It was good news for jail employees during the last regular session of the Carter County fiscal court. The court took action last Monday to approve a request from Carter County jailer R.W. Boggs to boost pay for all jail employees by five percent.

The move will also boost starting pay for jail employees from $10.10 to $11.50 per hour.

Boggs first made the request during the June 10 meeting of fiscal court, noting that he has lost employees to other jail systems because of the pay gap. During that meeting Boggs also told the court he would not need to request any additional funds from the county for the pay increase, as the extra funds were already in his budget.

The move took the form of an amendment to the minutes of the last regular session of fiscal court, where they discussed the measure but failed to take action.

"It's important that we maintain our staff," Judge Executive Mike Malone said of the move, reiterating statements from Boggs about the loss of experience that comes with any employee turnover.

The court voted unanimously to amend the June minutes to authorize the change, with Malone saying the court would next look at what the impact would be of two, three, and five percent wage increases for all other county employees. Any move to increase wages across the board could have a huge impact on the county budget, he noted, not just because of the payroll increase but because of increased payments for pensions and other related costs.

In other action, the court was back looking at roads. Reggie Hill Road was on the agenda, with some residents asking for county maintenance on a road that they say was taken into the county system years ago. Malone, however, said that the road is shown as a private road on the Kentucky Transportation Cabinet website. If the court can find documentation showing that the road was taken into the county system in the past, he said, the county would take care of maintenance on the road. If the court cannot find documentation of Reggie Hill Road being taken into the county system they can begin the process of taking it into the county system, provided it meets all of the requirements for a county road.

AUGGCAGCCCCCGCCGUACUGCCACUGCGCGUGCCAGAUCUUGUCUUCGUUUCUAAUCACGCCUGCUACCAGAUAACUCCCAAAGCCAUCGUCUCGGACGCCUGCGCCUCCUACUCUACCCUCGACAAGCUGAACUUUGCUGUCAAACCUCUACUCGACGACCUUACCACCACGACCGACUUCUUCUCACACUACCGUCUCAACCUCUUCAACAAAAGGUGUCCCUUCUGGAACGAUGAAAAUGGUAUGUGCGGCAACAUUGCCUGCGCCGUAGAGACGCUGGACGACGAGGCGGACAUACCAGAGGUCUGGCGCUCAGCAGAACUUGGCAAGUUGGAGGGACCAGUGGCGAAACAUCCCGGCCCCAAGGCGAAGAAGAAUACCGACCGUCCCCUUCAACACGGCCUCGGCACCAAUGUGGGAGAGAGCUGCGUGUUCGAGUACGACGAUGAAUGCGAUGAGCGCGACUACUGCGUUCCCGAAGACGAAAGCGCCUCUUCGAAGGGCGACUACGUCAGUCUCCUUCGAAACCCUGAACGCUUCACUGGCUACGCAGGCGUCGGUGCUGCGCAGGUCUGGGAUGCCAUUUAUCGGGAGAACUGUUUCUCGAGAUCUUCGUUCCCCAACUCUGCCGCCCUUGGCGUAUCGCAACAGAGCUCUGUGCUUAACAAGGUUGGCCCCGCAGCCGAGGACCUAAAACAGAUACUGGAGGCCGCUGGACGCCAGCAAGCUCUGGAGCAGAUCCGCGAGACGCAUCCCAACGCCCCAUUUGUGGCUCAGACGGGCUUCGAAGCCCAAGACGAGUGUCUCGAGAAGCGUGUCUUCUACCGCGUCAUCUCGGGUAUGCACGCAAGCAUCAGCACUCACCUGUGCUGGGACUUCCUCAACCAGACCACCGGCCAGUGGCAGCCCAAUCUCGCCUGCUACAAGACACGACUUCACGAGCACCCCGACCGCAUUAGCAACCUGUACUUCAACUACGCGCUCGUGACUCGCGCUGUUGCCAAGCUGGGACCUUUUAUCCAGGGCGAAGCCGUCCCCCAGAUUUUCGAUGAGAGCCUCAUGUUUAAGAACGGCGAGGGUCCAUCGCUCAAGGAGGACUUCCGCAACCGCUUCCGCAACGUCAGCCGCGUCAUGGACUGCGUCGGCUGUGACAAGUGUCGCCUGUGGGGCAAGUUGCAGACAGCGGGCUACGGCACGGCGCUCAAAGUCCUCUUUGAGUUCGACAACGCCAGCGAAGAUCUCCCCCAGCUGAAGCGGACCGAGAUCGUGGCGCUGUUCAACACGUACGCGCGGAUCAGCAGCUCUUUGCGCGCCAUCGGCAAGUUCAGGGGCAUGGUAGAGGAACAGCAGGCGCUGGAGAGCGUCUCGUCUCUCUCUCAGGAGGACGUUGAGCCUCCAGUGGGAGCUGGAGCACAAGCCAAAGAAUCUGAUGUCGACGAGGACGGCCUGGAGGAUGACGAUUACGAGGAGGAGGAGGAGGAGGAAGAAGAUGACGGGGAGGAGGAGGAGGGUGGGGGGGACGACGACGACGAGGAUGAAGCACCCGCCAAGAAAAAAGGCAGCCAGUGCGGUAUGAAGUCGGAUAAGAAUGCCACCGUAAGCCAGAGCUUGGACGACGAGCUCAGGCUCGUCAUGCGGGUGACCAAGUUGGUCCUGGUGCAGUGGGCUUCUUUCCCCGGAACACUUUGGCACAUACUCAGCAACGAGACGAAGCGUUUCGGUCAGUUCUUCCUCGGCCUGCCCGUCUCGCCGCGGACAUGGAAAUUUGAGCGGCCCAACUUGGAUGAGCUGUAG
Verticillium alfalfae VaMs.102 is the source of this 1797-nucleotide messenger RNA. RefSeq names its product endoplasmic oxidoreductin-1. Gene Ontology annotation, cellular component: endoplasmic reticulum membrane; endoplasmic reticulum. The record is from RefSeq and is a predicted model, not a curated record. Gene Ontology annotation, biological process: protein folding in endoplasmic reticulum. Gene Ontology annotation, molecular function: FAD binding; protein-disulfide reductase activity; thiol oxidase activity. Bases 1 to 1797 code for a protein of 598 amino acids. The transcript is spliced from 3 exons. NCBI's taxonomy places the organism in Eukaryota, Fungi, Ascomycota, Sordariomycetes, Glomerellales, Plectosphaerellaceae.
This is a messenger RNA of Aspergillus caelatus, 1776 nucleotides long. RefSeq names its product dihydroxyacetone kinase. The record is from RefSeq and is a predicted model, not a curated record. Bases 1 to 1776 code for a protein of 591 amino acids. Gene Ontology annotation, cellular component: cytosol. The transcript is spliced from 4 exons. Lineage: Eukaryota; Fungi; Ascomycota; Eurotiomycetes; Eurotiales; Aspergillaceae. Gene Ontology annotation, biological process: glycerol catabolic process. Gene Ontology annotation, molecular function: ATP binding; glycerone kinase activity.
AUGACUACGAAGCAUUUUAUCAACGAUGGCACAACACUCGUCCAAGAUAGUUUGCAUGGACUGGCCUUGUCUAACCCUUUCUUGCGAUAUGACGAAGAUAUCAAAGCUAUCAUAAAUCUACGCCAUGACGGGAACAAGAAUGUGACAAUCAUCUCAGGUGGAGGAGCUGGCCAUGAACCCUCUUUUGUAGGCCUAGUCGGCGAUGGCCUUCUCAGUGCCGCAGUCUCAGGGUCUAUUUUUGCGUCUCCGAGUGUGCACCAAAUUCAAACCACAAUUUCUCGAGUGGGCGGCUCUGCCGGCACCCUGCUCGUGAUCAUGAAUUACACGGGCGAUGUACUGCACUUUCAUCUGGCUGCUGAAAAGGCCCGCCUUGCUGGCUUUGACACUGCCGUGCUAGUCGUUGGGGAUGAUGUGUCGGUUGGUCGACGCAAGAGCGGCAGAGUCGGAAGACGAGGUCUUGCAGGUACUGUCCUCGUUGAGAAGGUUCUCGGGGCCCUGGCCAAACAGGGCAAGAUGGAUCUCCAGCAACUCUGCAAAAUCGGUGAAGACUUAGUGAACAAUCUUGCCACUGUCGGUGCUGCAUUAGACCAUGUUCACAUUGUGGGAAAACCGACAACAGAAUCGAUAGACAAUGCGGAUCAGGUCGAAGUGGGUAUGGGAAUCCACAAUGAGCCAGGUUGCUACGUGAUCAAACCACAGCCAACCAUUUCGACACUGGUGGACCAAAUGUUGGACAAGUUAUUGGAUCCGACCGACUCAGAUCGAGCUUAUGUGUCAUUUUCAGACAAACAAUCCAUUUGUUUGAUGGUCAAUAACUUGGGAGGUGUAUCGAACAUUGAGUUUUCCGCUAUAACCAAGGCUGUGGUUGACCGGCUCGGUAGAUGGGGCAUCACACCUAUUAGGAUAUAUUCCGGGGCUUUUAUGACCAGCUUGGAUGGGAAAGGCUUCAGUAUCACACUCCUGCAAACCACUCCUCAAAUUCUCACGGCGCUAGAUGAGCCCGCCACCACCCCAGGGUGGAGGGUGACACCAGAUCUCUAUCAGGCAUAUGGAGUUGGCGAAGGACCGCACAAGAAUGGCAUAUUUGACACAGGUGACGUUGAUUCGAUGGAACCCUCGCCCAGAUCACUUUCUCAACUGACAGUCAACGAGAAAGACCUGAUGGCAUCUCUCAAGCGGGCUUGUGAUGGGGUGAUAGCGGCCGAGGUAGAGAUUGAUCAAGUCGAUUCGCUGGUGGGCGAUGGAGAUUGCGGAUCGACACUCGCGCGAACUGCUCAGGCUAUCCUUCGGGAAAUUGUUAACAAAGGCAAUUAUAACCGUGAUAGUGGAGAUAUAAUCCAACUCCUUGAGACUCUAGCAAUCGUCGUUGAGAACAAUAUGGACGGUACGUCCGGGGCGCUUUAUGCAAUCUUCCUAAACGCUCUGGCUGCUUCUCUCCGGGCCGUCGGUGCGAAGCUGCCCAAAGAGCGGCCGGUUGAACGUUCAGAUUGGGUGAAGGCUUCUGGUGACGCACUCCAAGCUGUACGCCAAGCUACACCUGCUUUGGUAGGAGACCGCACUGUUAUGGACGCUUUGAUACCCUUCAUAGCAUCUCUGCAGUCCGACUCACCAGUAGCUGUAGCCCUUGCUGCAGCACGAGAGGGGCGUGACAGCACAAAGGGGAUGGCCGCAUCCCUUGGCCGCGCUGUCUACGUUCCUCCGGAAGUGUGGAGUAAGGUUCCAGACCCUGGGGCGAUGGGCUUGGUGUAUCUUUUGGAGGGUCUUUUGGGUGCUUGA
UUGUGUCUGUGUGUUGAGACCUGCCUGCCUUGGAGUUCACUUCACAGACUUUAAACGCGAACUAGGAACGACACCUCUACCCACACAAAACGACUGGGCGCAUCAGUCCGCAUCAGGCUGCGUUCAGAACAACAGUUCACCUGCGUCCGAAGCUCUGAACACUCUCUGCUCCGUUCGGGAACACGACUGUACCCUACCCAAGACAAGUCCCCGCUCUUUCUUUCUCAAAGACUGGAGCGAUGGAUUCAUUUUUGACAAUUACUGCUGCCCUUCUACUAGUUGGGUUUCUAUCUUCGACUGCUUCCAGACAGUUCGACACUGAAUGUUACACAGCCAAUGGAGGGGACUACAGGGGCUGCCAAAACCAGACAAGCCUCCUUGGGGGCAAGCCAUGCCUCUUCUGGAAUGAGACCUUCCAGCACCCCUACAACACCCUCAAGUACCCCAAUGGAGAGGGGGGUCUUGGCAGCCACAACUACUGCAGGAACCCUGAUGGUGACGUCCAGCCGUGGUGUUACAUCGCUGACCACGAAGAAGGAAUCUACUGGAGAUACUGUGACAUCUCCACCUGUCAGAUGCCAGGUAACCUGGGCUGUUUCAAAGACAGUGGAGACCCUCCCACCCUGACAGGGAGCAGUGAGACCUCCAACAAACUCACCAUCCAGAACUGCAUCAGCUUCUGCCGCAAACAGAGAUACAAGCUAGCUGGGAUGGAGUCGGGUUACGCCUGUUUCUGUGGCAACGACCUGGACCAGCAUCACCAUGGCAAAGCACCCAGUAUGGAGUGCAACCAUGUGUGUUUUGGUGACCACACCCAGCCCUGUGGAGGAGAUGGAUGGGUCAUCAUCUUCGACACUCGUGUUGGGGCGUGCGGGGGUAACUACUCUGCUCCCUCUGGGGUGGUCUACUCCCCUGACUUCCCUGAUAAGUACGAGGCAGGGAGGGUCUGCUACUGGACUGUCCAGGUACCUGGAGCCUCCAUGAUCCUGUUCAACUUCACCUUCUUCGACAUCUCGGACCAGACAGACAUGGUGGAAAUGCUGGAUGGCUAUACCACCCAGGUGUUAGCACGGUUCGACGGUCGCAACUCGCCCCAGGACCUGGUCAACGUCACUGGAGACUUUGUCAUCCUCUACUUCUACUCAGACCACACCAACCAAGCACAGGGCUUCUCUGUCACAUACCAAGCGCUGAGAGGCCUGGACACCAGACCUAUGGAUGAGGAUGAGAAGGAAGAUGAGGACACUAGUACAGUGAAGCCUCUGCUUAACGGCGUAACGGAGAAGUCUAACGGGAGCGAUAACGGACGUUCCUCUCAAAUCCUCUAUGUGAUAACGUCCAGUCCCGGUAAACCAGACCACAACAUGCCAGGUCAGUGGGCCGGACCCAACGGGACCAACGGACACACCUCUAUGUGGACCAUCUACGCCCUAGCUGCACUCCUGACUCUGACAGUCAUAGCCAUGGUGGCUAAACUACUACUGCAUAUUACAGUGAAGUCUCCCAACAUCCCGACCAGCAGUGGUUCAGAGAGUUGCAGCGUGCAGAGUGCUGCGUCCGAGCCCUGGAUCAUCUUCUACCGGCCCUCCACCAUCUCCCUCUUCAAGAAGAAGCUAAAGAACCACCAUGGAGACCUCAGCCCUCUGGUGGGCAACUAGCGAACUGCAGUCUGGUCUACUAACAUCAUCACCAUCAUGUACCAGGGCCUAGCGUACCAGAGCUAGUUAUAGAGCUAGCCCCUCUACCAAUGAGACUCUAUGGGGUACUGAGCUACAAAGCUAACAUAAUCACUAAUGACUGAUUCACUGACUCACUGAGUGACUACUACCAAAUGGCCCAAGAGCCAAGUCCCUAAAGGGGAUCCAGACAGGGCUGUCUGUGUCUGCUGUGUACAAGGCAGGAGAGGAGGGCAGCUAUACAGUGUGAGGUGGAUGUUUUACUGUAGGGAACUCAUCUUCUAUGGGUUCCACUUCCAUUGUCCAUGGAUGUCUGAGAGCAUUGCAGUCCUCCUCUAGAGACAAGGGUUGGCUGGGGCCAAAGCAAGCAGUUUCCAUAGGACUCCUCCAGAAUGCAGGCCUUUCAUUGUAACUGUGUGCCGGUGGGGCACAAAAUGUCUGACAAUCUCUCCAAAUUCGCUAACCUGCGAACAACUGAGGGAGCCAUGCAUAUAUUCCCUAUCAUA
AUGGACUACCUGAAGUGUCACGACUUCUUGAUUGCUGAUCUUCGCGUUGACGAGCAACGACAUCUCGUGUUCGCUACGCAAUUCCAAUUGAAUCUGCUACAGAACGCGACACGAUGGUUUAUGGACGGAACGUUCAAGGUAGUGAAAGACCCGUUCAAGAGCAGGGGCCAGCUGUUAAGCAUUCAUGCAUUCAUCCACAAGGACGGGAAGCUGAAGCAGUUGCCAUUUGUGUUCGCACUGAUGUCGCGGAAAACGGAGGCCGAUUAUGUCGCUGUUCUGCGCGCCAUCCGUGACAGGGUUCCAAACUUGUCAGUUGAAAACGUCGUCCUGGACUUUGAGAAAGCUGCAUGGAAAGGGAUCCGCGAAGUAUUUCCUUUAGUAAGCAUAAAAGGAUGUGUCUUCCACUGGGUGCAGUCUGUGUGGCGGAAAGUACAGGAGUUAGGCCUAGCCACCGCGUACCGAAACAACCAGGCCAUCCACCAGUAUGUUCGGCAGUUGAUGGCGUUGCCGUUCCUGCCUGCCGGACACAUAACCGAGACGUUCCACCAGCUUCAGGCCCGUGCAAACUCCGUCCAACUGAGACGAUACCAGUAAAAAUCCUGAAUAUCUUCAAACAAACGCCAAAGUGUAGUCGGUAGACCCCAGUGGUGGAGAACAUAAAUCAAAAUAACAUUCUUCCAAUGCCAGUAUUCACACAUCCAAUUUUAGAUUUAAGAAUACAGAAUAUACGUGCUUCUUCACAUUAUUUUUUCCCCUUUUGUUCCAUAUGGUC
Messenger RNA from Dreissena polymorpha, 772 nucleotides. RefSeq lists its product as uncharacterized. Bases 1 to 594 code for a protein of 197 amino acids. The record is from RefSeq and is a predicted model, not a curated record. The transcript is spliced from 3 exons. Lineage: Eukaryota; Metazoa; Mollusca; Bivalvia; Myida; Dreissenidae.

The court also discussed the financing of equipment for use on road improvements. The pneumatic roller approved during a special session of fiscal court was due to be delivered on Tuesday, Malone told the court. That equipment will be with county crews on a 30-day trial. If the county decides to keep it at the end of that period, payment of $65,280 would be due.

Malone also told the court that he planned to meet with Department of Local Government to discuss the county's ability to issue bonds for the purchase of other road equipment, including an $85,000 reclaimer for use by road crews. The county also discussed the purchase of an $18,000 steel drum roller.

Malone said he is also in discussions with Elliott County Judge Executive Myron Lewis to work out a deal to use their oil truck for asphalt projects. One option would be for the county to rent the truck from the neighboring county. Another would be to work out a deal for the use of Carter County's equipment by Elliott County crews.

The court also heard from various departments, accepting reports from the dog warden and the sheriff. The Carter County sheriff office reported 1,536 total contacts for the month of June. This included 47 processes served, 62 processes attempted, 61 warrants served, 82 arrests, 49 citations, 14 traffic stops, 28 accidents, 23 motorists assists, 7 domestic calls, 20 assists for other agencies, 366 complaints, 212 prisoner transports, 189 vehicle inspections, and 396 sheriff contacts.

Animal Control reported taking in 46 total dogs for the month, and adopting out eight of those dogs, reuniting another eight with their owners, and surrendering 29 to rescue agencies. There were a total of nine dogs left at the shelter at the end of the month. According to the department's book keeping, the month of June saved the county $3,450 over what they would have paid if they continued to send their animals to shelters in neighboring counties.

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